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EPALE - Electronic Platform for Adult Learning in Europe


The reality of the eSkills agenda

by Mary-Clare O'CONNOR
Language: EN

No one can doubt that reducing the digital divide is a key priority for the EU. The sheer volume of initiatives which involve this objective – such as the 'Digital Agenda for Europe', 'an Agenda for New Skills and Jobs', Europe 2020 flagships, the communications on 'Opening up Education' and on employment 'Towards a job-rich recovery', and the 'Grand Coalition for Digital Jobs' –are a testament to this commitment (see figure below).

/en/files/skills-mappng-0Skills map.png

Skills Map

Nor can the rationale for such interventions be questioned. According to the 2014 digital agenda scoreboard, 47% of Europeans have low or no digital skills whilst 23% of Europeans have no digital skills at all. Conversely, the deficit of ICT professional skills is expected to reach nearly one million by 2020.  Further, the recent ‘eSkills for Jobs in Europe: Measuring progress and moving ahead’ has shown that 50% of EU Member States are currently only exhibiting model levels of policy activity on e-skills for competitive, growth and jobs.

Perhaps we are in need of a reality check here. Educational policies are entirely in the hands of national governments. The European Commission can and does attempt to influence these policies through their trusted ‘naming and shaming’ tool, for instance, by publishing surveys and studies in which the worst performers would feel pushed in a race to the top. There is no quick fix, however. Experience has shown that the best performers have put in place long-term strategic approaches, fostered multi-stakeholder partnerships and developed a host of carefully designed eskills related measures and initiatives. Even with EU funding or through national sources, activities that are not embedded in a coherent national policy in a longer term perspective struggle to survive after the initial funding comes to an end.

With this in mind, the aforementioned ‘eSkills for Jobs in Europe’ report contains a whole host of best practice examples of initiatives and measures worth examining, including:

  • The Finish IT project in Germany, which has a range of public and private partners, explicitly targets ICT dropouts to complete a one-year programme combining ICT qualification modules with a placement at a company.
  • The Evoliris ICT Reference Centre of the Brussels Region in Belgium acts as an interface between all actors in ICT employment policies. It also carries out VET courses, job screening and matching services, as well as developing a set of ‘intermediate e-skills’ requested by employers.
  • The Nokia Bridge Program in Finland was enacted by the firm following the layoff of 5,000 employees. It offers outplacement services (i.e. career counselling), as well as skill specific training and learning opportunities. Bridge also offers start-up funding, exposure to investors, and entrepreneurship training to those with a new business idea in need of backing (which has resulted in 1,000 business start-ups worldwide).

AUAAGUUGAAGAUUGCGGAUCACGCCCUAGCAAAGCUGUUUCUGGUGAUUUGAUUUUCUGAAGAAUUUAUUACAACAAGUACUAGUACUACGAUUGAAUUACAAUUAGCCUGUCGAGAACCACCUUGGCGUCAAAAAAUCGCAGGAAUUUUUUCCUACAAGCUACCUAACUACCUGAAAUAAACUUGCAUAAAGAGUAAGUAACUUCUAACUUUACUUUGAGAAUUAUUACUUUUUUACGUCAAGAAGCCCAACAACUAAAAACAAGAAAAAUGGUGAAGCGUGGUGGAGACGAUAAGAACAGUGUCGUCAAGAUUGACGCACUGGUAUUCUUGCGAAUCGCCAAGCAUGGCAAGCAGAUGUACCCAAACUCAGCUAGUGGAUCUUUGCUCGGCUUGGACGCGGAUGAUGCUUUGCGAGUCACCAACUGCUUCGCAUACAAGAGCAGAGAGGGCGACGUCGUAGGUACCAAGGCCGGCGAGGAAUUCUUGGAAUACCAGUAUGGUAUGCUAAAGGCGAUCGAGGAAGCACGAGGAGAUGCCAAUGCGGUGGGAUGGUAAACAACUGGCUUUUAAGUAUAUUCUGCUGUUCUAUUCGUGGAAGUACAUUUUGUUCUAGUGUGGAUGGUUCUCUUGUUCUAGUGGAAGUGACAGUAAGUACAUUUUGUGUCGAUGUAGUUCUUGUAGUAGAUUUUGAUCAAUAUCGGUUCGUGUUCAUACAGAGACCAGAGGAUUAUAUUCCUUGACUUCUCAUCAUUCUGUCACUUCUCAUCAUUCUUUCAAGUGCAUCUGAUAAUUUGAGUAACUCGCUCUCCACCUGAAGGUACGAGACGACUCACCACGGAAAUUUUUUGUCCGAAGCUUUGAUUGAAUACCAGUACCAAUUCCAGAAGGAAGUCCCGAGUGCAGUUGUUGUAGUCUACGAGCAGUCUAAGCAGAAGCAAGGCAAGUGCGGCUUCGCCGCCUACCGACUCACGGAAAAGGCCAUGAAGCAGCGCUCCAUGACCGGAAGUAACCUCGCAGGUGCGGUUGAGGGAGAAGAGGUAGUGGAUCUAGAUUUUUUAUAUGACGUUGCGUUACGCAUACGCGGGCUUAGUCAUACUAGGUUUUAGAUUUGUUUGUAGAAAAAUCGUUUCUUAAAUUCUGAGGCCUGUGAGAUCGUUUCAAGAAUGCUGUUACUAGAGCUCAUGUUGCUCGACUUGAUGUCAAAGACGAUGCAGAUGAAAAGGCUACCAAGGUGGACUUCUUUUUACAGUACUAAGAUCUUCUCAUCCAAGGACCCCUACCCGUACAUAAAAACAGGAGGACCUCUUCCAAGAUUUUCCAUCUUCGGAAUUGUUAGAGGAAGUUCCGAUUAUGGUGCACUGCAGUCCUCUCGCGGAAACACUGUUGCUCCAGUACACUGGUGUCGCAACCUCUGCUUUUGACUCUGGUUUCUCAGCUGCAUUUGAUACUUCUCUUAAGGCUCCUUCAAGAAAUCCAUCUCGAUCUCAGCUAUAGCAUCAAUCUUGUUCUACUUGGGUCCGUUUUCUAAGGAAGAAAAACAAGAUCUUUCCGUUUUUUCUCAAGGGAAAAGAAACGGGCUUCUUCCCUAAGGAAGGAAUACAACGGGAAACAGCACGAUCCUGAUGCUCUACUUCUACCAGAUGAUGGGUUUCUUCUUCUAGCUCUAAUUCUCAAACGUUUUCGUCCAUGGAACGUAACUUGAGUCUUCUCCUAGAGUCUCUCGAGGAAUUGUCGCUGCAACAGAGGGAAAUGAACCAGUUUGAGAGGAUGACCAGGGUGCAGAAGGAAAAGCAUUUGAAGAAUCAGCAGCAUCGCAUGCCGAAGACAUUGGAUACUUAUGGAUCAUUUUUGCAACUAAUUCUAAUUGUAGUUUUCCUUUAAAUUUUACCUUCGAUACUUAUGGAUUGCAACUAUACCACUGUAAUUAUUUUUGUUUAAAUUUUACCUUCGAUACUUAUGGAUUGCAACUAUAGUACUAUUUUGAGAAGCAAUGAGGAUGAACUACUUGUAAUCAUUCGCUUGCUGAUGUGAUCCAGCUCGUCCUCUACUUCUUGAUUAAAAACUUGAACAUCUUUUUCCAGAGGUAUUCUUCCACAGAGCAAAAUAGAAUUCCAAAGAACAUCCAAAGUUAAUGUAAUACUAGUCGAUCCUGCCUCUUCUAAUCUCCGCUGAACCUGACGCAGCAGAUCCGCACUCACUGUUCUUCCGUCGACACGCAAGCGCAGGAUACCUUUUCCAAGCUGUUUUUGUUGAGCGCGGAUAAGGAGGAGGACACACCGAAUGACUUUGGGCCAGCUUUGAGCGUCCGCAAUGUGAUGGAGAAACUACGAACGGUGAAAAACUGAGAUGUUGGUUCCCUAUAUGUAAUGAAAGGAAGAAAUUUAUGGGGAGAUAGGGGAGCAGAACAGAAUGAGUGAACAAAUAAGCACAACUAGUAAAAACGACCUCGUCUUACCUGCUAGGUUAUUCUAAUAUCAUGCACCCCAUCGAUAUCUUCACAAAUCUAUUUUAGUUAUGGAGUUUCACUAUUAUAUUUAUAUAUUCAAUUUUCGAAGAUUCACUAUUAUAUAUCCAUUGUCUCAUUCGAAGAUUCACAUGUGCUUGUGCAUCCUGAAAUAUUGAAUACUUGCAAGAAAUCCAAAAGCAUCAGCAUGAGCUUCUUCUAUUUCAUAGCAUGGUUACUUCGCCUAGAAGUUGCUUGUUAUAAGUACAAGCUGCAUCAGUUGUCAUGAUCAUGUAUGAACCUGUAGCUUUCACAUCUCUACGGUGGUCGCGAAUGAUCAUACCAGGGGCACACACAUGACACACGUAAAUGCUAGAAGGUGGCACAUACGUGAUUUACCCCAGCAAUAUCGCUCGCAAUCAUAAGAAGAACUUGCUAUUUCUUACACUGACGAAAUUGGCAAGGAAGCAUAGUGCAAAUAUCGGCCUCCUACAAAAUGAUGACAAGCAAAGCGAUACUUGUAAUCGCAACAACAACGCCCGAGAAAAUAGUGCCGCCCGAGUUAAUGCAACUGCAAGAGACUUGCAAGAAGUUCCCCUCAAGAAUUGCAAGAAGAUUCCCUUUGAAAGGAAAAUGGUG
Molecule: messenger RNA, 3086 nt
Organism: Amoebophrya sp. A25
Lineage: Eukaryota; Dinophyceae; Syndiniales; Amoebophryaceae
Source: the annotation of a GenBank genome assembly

In sum, whilst the solid knowledge base that the EU offers in this area is vital, active steps in reducing eskills deficits can only be enacted by national (and regional) governments, in collaboration with the relevant VET and employment actors in each respective country.


Aaron Rajania is a senior research consultant in Ecorys UK, with a specific focus on education and employment policy and research work. Specific research areas include teacher training systems, learning pathways, quality assurance frameworks, and skills development in a work setting. He has lived and worked in a number of countries in Europe including Belgium, Germany, Hungary and the UK.

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  • Aaron Rajania's picture

    Hi Graciela, thanks for your comments. I was aware of the relatively quick progress Estonia has made in e-learning particularly in the use of ICT learning materials (though I must admit mainly in terms of school education mainly through the e-school platform: ). In relation to adult learning, I have also heard of the Estonian e-Vocational School consortium ( - is there any other initiatives in relation to adult learning in Estonia that are worth looking at?

  • Graciela Sbertoli's picture

    Hi, Aaron, and sorry for being so late with my answer. We should really ask some Estonian experts for documentation, but to my knowledge what makes Estonia interesting in the context of ICT in Adult Learning is that the country's policy of total digitalization of government pressed them to ensure that the whole of the population did have access and the necessary competence to make use of the technology. Digital competence is both a tool for further learning and a learning target in itself, since (especially in a country like Estonia) it has become a prerequisite for active citizenship. Check this article in The Economist: I find it particularly interesting that "the government declared internet access to be a human right". An interesting case study can be found at

  • Graciela Sbertoli's picture
    Thank you for this interesting take on this issue. I thoroughly agree with you that a European Digital revolution demands cohesive digital policies at governmental level in each member state. I wonder if you are familiar with the case of Estonia, a country that achieved an incredible digital leap in very few years. Worth studying!